Blue Jays 3 White Sox 4
The Toronto Blue Jays came into the game looking for a road sweep at U.S. Cellular Field, but unfortunately came out two runs short of the win, and one win short of the sweep.
Rajai Davis was penciled in to play left field but was a late scratch due to a problem with jammed fingers and was replaced by Mike McCoy in the starting lineup just before the game.
The game started with a bit of a delay, as some of the lights in the Cell failed to turn on properly. I was happy to see that manager John Farrell waited until Chicago White Sox starter Jake Peavy completed his warm-up pitches before complaining to the umpires about the lights. It was a bit of strategy to try to disrupt the pitcher's rhythm that did not end up working as the Jays went down quietly in the first inning, but it was a nifty thing to try.
Chicago scored first on a sharp single by Alex Rios that was deflected by Brett Lawrie into left field. Lawrie made a mistake at judging the ball and the play was initially ruled an E-5, but it was subsequently changed to a hit, probably because of home field advantage.
The offense quickly answered, though. In the top of the second inning, David Cooper, Yunel Escobar, and J.P. Arencibia loaded the bases and McCoy singled to left on a deflected ball by Chicago third baseman Orlando Hudson, scoring Cooper and Escobar. Next up was leadoff hitter Brett Lawrie, who hit a ground ball that shortstop Alexei Ramirez threw off the mark to second baseman Gordon Beckham. An aggressive slide by McCoy slowed Beckham's attempt to retrieve the wayward ball and allowed Arencibia to score all the way from second.
The 3-1 score persisted until the bottom of the sixth when former Blue Jay Alex Rios cranked a two-run homer against Henderson Alvarez to knot the game at 3-3. The ball barely left the yard, and it seemed like a taller left fielder with a better timed jump would have brought it back. Mike McCoy did not finish the game in left, he was replaced by pinch hitter Yan Gomes, who then went to play left field for the first time in his professional career. There were a few foul balls hit to his direction, but I don't believe he had any fielding chances.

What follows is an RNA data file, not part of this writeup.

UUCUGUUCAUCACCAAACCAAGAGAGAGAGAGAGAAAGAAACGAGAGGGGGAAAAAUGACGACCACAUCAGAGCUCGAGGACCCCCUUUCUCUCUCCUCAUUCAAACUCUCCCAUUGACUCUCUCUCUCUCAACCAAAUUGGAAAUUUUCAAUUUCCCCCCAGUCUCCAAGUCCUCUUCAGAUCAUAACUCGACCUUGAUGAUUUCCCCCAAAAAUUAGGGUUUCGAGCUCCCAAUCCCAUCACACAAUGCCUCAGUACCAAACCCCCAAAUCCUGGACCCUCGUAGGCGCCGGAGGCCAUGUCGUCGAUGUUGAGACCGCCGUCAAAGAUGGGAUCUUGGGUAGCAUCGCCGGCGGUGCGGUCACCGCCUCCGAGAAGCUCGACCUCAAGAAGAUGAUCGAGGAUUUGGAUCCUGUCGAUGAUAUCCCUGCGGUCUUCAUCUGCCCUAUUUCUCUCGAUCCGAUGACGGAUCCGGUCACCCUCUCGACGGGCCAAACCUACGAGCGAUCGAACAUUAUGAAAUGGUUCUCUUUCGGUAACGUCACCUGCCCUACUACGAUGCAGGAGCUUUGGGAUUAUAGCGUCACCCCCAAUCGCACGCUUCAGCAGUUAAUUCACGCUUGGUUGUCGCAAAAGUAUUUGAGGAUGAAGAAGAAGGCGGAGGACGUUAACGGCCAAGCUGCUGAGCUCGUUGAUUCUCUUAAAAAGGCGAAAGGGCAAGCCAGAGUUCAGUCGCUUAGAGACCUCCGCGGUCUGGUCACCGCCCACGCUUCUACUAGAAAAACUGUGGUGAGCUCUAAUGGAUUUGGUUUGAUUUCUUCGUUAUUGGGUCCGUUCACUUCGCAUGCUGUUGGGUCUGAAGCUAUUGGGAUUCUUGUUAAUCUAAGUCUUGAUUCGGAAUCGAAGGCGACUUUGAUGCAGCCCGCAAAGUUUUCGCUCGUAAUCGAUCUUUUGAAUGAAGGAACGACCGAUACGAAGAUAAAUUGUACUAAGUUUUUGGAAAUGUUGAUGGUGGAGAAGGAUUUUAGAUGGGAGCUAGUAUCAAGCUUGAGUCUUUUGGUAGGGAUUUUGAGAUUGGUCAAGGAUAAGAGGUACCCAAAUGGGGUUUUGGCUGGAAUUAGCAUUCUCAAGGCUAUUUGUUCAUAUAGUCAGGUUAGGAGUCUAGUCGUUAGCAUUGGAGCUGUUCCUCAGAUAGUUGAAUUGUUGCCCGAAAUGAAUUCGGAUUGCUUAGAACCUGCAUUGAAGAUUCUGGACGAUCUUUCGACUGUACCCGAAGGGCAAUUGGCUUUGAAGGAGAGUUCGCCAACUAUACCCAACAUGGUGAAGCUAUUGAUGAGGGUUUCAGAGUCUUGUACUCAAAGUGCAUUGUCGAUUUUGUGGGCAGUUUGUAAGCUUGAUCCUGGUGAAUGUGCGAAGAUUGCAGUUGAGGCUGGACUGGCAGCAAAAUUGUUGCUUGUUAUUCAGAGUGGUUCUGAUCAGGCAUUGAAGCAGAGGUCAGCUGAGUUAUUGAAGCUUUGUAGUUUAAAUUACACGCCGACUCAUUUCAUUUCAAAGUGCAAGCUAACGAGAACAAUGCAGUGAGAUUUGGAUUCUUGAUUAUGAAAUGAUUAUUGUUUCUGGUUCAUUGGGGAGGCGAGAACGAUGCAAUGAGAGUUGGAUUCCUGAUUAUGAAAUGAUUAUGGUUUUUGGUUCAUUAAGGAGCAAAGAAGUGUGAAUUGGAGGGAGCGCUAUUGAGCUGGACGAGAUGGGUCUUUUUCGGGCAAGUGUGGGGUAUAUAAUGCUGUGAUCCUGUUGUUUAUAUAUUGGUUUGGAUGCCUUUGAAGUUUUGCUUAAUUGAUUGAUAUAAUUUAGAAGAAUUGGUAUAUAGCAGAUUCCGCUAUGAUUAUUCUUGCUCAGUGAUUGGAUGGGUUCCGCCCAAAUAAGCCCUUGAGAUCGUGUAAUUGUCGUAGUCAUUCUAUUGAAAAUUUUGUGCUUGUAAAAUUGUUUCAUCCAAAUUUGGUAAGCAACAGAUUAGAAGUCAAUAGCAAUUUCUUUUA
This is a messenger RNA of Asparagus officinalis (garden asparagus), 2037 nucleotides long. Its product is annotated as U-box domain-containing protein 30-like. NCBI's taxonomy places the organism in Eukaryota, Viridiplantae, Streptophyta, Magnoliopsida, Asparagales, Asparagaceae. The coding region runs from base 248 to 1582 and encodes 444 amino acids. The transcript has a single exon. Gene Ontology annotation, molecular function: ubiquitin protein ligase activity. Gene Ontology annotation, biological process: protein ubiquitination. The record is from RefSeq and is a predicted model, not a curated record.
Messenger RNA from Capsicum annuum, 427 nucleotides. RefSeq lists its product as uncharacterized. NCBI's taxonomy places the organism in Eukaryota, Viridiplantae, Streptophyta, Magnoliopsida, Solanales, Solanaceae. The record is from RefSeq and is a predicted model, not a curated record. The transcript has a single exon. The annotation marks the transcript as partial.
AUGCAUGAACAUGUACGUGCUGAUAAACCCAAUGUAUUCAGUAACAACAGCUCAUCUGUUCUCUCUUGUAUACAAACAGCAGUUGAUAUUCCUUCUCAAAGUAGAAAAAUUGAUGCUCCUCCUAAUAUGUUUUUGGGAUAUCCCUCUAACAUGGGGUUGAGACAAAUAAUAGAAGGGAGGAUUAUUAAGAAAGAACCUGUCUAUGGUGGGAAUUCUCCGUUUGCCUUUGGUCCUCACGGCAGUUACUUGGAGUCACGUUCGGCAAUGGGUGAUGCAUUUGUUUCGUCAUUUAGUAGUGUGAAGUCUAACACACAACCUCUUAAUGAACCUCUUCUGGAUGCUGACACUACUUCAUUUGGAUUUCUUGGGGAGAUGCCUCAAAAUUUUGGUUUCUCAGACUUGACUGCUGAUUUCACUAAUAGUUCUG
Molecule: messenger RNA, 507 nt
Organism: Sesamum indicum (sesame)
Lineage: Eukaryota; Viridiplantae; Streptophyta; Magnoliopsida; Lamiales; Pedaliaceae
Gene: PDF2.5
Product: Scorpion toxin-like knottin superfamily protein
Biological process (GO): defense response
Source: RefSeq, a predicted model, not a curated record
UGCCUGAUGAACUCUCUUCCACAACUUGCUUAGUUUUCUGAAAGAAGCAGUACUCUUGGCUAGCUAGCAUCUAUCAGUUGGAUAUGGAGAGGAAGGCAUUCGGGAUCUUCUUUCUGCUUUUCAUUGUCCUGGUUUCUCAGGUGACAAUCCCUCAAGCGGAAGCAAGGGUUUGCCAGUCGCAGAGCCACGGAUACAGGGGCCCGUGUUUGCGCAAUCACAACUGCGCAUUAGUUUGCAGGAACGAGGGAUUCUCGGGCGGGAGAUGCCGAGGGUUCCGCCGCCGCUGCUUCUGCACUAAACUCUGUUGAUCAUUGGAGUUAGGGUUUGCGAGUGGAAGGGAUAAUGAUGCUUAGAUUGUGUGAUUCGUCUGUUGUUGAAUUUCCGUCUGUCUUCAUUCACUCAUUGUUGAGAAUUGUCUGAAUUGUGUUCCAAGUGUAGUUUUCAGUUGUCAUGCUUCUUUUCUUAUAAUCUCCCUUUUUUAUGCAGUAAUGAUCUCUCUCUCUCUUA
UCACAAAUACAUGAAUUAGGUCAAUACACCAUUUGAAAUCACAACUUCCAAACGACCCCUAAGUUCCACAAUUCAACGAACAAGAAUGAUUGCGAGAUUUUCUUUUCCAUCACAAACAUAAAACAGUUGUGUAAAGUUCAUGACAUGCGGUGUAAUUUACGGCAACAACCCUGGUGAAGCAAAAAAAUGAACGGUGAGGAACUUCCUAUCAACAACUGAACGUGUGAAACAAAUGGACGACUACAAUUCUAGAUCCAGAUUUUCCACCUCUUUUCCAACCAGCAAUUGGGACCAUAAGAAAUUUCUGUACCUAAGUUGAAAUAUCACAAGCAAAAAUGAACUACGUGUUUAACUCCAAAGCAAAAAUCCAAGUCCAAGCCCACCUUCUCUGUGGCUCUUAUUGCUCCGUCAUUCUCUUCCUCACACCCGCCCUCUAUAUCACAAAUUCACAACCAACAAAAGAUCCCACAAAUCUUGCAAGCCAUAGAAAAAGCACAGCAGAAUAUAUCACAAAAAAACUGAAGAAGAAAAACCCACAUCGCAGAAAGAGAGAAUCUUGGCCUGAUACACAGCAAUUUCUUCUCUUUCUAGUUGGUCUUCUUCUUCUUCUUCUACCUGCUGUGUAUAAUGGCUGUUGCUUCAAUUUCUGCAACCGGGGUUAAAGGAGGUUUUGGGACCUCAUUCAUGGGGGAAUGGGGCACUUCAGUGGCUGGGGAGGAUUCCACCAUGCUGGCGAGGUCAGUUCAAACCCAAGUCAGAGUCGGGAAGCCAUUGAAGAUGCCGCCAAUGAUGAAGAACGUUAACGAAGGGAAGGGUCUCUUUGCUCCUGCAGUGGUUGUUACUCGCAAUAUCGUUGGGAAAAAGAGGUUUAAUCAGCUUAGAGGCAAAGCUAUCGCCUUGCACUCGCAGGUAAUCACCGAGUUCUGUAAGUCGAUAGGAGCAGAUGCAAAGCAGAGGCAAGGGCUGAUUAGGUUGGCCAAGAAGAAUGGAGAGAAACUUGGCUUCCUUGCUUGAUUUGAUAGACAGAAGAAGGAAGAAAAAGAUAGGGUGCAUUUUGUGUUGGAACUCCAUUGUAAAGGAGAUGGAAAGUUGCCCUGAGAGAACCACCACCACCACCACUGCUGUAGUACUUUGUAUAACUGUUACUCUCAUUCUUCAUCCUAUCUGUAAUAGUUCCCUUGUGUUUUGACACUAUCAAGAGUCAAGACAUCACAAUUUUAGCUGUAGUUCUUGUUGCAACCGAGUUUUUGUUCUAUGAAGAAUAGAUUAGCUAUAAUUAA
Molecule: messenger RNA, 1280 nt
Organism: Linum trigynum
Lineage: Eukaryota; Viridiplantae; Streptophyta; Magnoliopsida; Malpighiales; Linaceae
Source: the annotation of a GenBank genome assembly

Unfortunately for Alvarez, Jays batters were a horrid 1-for-11 with men in scoring position and left 10 runners on base. White Sox pitchers were trying to help the Jays' cause, giving up 7 hits, 5 walks, and 1 hit-by-pitch, but the Jays just managed to score the three runs.
Going into the bottom of the ninth inning, John Farrell had both Francisco Cordero and Casey Janssen warmed up, but he chose to call on Cordero instead of his closer because the game remained tied. I think Farrell made a mistake with that decision, but it is easy to say that with hindsight.
In any case, this was one of Coco's meltdown games, but it was not entirely his fault. With one out, Dayan Viciedo singled and a wild pitch brought him to second. It was not a good pitch, but it was something that Arencibia should have gotten down and blocked. Ramirez then hit a sac fly to shallow center, but a poor throw by Colby Rasmus resulted in Vicideo's safe arrival at third base. Former Blue Jay, and recent releasee Orlando Hudson then stepped up and hit the winning walk off single. And that was that.
Henderson Alvarez was his typical self this game, going 7 innings with 2 strike outs and giving up another homer. A heated discussion between him and Arencibia in the dugout was spotted by the cameras after the Rios homer, but Omar Vizquel stepped in to mediate.
So overall it was not a very well played game by either team, but the White Sox were better at scoring their runners. All four White Sox runs in this game were credited to former Blue Jays: Alex Rios (who finished with a +.253 WPA) and Orlando Hudson (+.357 WPA).
Jays of the Day! Mike McCoy (+.114 WPA) got it with the go-ahead base hit in his first at bat of the season, I'm a little surprised that Yunel Escobar got it too, at (+.198 WPA)
Suckage Jays include Colby Rasmus (who went 1-for-5, -.157 WPA), Omar Vizquel (who struck out twice with runners in scoring position, -.256 WPA), and of course, Francisco Cordero gets the big number (-.370 WPA). I wouldn't have given Omar the suckage for a fine defensive play he made, but those were two big strikeouts he had.
Graph of Francisco Cordero's Win Probability Added: Talk about being up-and-down... The blue line is Cordero's WPA for each game he has pitched. All points higher than the green line qualifies as a "shutdown" appearance, and all points lower than the red line qualifies as a "meltdown" appearance. So he has had 6 shutdowns versus 4 meltdowns, but I still think he should only be used in low-leverage situations.
Tomorrow night, the Blue Jays will be in Atlanta facing the Braves in more Interleague action. The game begins at 7:35 with Kyle Drabek facing Brandon Beachy. Drabek will be stepping up to the plate for the first time in the Majors tomorrow night, although he has had a handful of at bats in AA for the Reading Phillies, hitting .263/.263/.263 over 19 plate appearances, collecting 2 RBI.